November 2015 | Fiona Karn-Smith

Kimberly Reczek is an arts conservator from DBR Conservation, who specialises in historic decorative surfaces. Her projects at the Old Royal Naval College in Greenwich range from the conservation and gilding of the 19th century lanterns, to the cleaning and consolidation of the carved stone architectural ornament and sculptures.

Arts Conservator Kimberly reczek conserving one of our historic lanterns. 

How did you become a conservator?

“It was a pretty circuitous route. I actually came to art conservation after years of working in the Balkans, which at that time was a war-torn region. My work there started with basic humanitarian assistance for refugees, and then evolved to more diplomatic work with government bodies, implementing peace accords. I wore many professional 'hats', and I was perhaps a bit exhausted after 12 years. I think I turned to conservation because I felt the need for one focus, and I wanted it to be craft based. Also I had witnessed the destruction of so many wonderful monuments and buildings, so it was a natural path for me.”

What are the key abilities you need to carry out this work?

“The key is to be curious, about everything. You need to read about the arts, history and ethics, with the same interest as you read about chemistry and material science. The more you learn, the more tools you have to help the object you are working on. And for the type of conservation I do, you also need to be physically robust, climbing scaffolds with loaded buckets for example, as well as capable of great delicacy, such as when you are cleaning fragile polychromy.”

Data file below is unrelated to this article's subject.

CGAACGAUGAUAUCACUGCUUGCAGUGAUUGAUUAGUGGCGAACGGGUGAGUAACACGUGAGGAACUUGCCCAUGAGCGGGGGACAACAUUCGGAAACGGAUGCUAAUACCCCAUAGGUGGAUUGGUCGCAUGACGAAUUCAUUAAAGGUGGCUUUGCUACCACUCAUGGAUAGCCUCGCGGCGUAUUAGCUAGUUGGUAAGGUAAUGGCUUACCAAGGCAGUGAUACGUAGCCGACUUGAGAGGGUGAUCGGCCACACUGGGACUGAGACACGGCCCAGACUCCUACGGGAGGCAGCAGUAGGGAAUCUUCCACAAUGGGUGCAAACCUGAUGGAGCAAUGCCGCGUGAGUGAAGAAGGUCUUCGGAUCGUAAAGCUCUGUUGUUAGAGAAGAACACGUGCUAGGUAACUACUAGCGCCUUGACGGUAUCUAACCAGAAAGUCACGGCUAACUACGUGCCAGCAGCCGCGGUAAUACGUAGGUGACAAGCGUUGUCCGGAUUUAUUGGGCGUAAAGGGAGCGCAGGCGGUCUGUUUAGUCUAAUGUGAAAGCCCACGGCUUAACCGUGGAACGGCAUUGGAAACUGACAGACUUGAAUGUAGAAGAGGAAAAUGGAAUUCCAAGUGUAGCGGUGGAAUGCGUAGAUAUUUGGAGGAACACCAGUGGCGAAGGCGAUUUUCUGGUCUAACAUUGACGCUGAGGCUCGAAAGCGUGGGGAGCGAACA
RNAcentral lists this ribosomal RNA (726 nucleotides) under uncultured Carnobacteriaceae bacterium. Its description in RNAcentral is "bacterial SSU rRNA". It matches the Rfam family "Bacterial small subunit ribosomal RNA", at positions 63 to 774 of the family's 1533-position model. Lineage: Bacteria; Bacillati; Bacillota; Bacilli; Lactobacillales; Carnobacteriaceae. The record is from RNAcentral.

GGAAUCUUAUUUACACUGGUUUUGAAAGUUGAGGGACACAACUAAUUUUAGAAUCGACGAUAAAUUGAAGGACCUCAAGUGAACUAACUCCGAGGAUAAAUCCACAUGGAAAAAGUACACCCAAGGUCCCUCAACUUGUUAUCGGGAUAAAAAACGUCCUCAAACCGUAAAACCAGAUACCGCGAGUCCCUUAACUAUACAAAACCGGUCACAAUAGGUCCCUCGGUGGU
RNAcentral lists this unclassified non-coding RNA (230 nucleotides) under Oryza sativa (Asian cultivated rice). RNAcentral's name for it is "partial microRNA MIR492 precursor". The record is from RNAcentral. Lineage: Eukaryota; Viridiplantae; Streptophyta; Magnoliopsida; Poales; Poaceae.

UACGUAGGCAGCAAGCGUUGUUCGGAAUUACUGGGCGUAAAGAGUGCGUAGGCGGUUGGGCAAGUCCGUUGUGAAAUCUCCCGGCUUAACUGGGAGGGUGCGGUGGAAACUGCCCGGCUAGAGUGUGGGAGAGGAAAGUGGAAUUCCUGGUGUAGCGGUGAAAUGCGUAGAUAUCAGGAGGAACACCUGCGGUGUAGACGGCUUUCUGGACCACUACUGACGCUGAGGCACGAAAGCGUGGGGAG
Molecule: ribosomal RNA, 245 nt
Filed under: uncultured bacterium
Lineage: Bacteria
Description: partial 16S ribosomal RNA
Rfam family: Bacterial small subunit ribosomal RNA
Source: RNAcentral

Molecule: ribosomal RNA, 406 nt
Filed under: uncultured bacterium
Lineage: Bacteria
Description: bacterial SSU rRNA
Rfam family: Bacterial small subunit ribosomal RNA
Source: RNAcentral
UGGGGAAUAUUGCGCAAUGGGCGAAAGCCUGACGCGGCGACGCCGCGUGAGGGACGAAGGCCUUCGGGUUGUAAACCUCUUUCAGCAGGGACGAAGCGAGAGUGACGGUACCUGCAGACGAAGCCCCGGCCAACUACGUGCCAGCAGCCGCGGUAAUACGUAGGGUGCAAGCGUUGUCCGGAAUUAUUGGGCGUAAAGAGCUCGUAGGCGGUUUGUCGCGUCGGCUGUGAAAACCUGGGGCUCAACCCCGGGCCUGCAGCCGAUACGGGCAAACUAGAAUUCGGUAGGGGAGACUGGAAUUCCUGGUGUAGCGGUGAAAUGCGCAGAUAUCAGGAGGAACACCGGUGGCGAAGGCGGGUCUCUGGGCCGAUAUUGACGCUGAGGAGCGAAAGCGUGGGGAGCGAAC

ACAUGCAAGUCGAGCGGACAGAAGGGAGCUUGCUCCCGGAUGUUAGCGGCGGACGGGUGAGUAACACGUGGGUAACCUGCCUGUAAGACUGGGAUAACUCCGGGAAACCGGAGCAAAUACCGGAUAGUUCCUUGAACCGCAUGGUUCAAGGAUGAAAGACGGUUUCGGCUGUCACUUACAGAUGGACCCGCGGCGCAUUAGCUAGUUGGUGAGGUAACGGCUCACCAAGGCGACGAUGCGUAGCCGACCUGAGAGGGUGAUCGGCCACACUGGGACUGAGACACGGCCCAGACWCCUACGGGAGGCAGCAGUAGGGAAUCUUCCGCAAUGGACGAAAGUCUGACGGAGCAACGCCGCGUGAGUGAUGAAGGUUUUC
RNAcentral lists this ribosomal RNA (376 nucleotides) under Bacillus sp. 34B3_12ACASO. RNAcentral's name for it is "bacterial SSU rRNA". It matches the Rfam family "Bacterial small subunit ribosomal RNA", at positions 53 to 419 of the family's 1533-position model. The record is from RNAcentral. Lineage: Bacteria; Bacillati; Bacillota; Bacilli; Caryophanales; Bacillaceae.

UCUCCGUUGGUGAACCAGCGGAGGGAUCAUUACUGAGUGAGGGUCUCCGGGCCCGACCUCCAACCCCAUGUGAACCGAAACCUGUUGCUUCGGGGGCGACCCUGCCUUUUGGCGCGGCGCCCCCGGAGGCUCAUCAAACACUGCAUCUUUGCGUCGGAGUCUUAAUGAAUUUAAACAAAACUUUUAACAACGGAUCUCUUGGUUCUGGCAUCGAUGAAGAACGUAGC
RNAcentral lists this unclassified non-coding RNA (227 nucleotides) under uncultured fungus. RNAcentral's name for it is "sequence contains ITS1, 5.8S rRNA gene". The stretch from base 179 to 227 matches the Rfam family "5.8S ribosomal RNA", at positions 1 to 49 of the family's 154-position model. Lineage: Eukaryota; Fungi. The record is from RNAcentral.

Some of the key abilities you need as a conservator, to be physically robust

What tools do you use?

“Just about everything, chemicals, microscopes, rabbit skin, gold, hoovers, pigments, brushes, pulverised fuel ash, dental tools, drills, lasers. We’ve been using a laser while cleaning the Nelson Pediment and the difference in time and appearance is amazing.”

An example of some of the tools Kimberly uses when gilding.

What was your most exciting project?

“Building a museum in a UNESCO World Heritage Site, Gjirokastra in Albania. It was a privilege, especially as the team was small, and the task was huge. It meant we needed to muck in and be part of everything... from fundraising, to curating objects, to researching oral histories, to commissioning artwork, to constructing display cases, to writing text, designing interpretive panels, and of course, to conserving the ethnic costumes, Ottoman firearms and archaeological objects.”

Gjirokastra in Albania, where Kimberly worked.

What is the most interesting building you’ve worked on?

“Working with DBR I recently had the chance to be a part of an amazing project conserving the carvings of Westminster Hall. Not only was it a treat to spend so much time so high up in such an important vaulted space, the close-up access allowed me to study the carvings. I found it fascinating how they, both the Victorian replacements, and the original medieval pieces, reflected the politics of the times. The great roof was still being completed at the time of Richard II’s deposition, and at this time you see a real shift in the depiction of his carved regal emblems; the white hart, for example, the reoccurring motif within the Hall and an unquestioned stamp of his authority, suddenly appears being attacked by falcons, dogs, or carted away on small wagons.”

Westminster Hall, where Kimberly had the chance to conserve the carvings.

Where do you see yourself in 10 years time? 

“I so enjoy working in London... It is simply one of the great cities of the world, and my job here offers incomparable access to some of the most important buildings and fantastic networks of people. But in ten years’ time, I do want to use what I have learned here to return to international work, especially in areas affected by conflict.”

Many thanks to Kimberly and DBR London Limited. 

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